On Friday, Campbell Soup confirmed that it supports mandatory national labeling of food containing genetically modified ingredients (GMOs).Campbell to label GMO ingredients, supports GMO disclosure legislation
The world’s largest soup manufacturer says it will withdraw its opposition to mandatory labeling of foods made with GMOs. The issue of GMOs in food has caused widespread debate in the United States and beyond and prompted bills in various states to require labeling.
"We have always believed that consumers have the right to know what's in their food," CEO Denise Morrison wrote in a post that was published online by Campbell.
Campbell Soup has taken a stand in the fray over food labeling, saying it will disclose its ingredients derived from genetically modified organisms (GMOs).Campbell Soup Says It Supports GMO Labelling
The maker of brands such as Pepperidge Farm, V8 and Prego said it will advocate for federal legislation that would standardize GMO labeling rules for all food and beverage manufacturers operating in the USA, deviating from its competitors who are fighting such efforts and seeking to circumvent states' actions to enact their own laws.
Some federal and state lawmakers have sought legislation that would mandate foodmakers to disclose ingredients — such as corn and soybeans — whose DNA was artificially altered by including genes from other plants, animals, viruses or bacteria. In 2013, Vermont became the first state to pass a bill that would require foodmakers to label GMO ingredients. Gov. Peter Shumlin, whose signature is required, has declared his support of the bill, which will go into effect this year.
The company also called on the federal government to propose a national standard for non-GMO claims made on food packaging.Campbell Soup To Label Products Containing GMOs, Supports Mandatory Labeling – Consumerist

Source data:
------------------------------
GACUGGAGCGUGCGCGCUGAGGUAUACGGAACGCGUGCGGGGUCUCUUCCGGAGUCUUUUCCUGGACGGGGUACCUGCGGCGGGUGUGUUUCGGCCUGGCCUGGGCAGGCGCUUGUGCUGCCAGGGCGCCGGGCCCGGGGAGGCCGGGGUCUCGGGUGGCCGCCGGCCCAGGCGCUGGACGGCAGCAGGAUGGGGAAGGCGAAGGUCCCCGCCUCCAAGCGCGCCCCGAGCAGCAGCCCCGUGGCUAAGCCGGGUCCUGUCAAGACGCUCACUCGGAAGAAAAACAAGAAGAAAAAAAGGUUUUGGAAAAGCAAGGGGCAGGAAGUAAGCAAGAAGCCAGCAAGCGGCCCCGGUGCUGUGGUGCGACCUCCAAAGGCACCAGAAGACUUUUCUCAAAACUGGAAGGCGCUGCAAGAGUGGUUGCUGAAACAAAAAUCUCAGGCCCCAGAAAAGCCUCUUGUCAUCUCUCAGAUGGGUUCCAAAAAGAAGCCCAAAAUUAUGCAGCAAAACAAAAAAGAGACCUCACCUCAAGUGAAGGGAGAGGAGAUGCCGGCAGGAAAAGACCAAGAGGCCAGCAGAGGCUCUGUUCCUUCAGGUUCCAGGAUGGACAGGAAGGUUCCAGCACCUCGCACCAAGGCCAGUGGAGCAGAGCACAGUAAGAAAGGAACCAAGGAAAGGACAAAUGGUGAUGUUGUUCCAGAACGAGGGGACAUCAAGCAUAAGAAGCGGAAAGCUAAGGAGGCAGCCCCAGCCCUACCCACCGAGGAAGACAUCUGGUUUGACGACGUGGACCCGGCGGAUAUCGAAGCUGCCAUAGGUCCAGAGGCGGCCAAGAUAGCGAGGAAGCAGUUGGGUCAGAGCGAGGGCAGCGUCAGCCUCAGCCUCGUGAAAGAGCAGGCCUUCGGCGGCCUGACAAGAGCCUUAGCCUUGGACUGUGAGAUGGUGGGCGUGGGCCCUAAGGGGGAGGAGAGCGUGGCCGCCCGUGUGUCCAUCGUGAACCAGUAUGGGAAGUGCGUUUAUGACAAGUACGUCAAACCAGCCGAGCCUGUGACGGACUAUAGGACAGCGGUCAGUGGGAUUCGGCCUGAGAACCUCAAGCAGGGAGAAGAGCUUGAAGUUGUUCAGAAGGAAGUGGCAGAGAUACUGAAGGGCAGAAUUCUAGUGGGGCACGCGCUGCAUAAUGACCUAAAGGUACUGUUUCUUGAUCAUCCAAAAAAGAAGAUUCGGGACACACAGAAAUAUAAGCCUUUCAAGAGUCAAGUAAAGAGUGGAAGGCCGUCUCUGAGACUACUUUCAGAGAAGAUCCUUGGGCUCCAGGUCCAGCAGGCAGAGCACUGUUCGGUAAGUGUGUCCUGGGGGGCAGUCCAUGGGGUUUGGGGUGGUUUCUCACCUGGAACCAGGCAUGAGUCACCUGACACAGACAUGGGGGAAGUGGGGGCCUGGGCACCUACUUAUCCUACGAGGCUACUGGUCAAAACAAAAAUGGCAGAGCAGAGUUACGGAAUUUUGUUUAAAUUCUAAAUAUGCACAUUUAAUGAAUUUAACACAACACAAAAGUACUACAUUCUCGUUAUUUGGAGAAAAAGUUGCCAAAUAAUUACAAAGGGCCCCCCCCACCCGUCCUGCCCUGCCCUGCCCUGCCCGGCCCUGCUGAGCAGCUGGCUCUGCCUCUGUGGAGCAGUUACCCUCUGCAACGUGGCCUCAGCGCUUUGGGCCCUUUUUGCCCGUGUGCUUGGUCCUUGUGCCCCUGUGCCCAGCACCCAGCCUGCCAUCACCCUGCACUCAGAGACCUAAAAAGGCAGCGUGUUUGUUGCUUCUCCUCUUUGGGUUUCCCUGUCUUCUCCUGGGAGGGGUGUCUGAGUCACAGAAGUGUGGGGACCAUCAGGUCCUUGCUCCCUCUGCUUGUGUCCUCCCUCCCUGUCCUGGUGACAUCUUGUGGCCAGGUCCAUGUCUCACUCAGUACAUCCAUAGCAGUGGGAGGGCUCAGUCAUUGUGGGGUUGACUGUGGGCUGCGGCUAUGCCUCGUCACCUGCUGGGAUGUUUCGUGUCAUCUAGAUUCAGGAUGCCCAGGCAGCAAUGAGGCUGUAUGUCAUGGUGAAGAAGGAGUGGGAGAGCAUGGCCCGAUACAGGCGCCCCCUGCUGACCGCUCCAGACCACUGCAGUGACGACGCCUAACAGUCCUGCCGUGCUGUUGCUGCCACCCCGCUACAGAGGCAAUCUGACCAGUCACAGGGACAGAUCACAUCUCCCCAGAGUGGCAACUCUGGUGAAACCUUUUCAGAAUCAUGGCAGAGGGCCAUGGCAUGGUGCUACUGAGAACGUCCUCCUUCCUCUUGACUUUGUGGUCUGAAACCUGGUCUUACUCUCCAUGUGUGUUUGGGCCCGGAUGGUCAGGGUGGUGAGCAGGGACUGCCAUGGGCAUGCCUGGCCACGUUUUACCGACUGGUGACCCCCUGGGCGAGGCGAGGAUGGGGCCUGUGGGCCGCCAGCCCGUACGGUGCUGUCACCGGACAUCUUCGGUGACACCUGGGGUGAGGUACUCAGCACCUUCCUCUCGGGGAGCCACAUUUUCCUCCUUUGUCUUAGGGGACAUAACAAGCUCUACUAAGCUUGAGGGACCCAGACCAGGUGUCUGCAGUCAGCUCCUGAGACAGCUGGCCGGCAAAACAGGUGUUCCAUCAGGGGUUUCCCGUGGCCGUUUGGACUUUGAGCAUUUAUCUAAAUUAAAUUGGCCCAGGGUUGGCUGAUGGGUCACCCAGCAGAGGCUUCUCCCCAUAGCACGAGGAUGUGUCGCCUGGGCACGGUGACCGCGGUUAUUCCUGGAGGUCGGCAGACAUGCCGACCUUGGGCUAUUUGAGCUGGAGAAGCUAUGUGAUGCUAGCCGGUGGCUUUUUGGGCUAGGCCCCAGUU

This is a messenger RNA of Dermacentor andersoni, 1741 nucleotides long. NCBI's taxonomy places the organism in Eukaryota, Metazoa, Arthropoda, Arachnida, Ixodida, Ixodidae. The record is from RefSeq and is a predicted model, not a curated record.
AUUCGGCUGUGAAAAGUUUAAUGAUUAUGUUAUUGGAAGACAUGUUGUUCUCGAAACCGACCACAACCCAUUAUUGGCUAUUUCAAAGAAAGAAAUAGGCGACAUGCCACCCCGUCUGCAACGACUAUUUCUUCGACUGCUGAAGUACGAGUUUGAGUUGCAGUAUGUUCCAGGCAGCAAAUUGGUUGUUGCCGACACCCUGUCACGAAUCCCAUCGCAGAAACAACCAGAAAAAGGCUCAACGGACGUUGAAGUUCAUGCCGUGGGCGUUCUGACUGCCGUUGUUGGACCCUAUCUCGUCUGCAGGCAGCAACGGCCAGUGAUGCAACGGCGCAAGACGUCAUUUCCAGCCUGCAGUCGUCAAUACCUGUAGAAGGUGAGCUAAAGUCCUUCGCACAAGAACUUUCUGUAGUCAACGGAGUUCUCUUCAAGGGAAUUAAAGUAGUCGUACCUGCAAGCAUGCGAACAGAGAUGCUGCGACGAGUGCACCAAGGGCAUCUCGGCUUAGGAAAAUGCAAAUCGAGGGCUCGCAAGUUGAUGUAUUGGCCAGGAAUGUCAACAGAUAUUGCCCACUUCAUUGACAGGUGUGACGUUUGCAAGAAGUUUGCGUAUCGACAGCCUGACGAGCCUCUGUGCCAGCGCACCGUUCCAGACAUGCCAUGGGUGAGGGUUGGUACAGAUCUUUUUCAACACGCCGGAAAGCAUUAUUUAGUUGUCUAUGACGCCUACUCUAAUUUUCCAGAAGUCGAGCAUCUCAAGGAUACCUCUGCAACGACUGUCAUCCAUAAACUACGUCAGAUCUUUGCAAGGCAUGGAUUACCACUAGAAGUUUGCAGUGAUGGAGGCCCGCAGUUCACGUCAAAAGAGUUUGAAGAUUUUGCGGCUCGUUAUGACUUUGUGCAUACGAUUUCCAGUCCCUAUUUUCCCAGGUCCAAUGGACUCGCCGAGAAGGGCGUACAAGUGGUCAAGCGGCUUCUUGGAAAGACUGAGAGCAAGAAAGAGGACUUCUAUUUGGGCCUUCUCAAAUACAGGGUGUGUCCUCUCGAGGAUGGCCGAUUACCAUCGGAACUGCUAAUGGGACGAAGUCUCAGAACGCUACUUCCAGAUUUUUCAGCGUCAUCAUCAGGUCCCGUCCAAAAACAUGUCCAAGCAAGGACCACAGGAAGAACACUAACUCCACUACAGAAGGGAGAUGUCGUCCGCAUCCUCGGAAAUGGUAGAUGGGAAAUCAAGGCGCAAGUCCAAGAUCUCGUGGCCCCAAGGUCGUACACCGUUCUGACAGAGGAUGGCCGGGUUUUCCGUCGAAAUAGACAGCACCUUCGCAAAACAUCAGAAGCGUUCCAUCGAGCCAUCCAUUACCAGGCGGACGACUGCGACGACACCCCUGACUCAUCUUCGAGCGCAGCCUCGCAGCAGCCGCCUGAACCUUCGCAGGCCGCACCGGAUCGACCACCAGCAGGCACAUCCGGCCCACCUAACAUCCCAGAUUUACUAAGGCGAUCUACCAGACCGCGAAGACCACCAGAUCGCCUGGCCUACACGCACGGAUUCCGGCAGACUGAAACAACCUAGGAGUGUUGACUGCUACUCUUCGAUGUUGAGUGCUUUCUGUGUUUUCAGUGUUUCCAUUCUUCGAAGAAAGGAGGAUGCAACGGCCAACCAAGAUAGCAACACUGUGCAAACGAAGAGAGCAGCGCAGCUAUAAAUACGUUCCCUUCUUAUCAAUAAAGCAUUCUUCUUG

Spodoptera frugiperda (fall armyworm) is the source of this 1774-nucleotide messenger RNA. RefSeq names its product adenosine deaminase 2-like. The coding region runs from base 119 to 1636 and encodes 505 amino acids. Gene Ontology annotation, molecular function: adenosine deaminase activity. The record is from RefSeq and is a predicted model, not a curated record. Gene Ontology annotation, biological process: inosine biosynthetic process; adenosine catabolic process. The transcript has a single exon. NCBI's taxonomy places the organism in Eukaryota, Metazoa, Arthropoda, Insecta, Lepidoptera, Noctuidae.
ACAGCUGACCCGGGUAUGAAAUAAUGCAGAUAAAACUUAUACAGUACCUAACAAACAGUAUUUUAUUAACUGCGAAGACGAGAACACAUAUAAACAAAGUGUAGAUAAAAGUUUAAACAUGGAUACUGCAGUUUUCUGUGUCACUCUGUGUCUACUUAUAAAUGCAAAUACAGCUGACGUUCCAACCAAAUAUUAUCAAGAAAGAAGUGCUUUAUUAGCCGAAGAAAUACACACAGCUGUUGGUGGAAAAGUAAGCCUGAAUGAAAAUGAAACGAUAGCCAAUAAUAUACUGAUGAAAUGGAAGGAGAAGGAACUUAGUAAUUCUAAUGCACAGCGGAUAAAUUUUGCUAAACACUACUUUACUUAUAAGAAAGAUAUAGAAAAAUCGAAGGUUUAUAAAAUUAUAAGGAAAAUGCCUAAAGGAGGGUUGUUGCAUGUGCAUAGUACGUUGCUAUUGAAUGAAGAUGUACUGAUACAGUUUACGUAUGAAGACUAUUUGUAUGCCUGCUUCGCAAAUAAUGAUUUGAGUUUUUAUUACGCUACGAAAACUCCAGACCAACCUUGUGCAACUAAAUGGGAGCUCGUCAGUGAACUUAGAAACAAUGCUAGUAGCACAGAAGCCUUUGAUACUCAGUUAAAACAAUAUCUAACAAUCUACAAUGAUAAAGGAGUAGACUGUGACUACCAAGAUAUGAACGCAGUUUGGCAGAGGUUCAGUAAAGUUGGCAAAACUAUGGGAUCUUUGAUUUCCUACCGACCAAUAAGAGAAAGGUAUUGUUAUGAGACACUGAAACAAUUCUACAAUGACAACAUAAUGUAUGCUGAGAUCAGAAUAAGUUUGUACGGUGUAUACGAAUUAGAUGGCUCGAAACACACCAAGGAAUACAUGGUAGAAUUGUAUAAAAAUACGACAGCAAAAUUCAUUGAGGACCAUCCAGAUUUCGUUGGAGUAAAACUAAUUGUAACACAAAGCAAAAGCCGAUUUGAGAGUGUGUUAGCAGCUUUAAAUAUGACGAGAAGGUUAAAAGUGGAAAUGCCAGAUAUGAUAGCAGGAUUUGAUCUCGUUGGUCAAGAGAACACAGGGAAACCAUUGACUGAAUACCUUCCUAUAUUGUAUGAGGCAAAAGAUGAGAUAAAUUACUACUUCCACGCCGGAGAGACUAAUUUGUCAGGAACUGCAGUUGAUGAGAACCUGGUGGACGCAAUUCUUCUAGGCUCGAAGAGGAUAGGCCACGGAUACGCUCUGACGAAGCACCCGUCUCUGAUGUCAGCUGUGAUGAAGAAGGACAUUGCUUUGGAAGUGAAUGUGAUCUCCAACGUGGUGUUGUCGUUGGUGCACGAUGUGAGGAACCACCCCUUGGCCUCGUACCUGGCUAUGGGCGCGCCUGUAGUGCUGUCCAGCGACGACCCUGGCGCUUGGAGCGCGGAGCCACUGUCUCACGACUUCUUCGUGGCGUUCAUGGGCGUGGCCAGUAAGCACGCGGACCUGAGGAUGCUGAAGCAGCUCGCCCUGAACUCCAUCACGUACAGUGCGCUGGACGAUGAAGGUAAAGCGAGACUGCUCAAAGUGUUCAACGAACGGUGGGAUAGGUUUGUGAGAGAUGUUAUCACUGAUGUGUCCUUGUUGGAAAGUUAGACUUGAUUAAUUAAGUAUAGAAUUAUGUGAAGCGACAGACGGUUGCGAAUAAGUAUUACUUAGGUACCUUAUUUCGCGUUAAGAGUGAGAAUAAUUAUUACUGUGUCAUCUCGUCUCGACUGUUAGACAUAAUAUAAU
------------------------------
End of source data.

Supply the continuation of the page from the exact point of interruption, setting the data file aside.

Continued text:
Campbell Soup CEO Denise Morrison has been outspoken about the need for big food makers to adapt to changing tastes. The company, based in Camden, N.J., has been diversifying its packaged food lineup with offerings that are seen as fresher.
Its acquisitions in recent years include premium juice and carrot seller Bolthouse Farms and Plum Organics, which makes baby food.
In a message posted online by Campbell Friday, Morrison stressed that the company is in "no way disputing the science GMOs or their safety.'' But she said GMOs have become a top issue among consumers.
"We have always believed that consumers have the right to know what's in their food,'' Morrison wrote.
While some large food producers contend that mandatory labeling of products containing genetically modified or genetically engineered ingredients would be a burdensome and unnecessary requirement, the folks at Campbell Soup Company have decided to not only voluntarily label their GMO-containing products but to publicly support mandatory GMO labeling.
About 75% of Campbell’s products — in addition to its namesake soups, Campbell also makes brands like Pepperidge Farm, Bolthouse Farms, Arnott’s, V8, Swanson, Pace, Prego, among others — use ingredients made from corn, canola, sugar beets, or soybeans. Almost all of the farmers producing those crops in the U.S. use GMO seed.
So for a company like Campbell, there’s no way it can simply stop using GMO ingredients and still produce the quantity of product that its customers demand. In fact, the company has no intention to make such a change because it maintains that GMOs have been repeatedly proven safe and that they may be needed to meet the increased demand for food around the globe.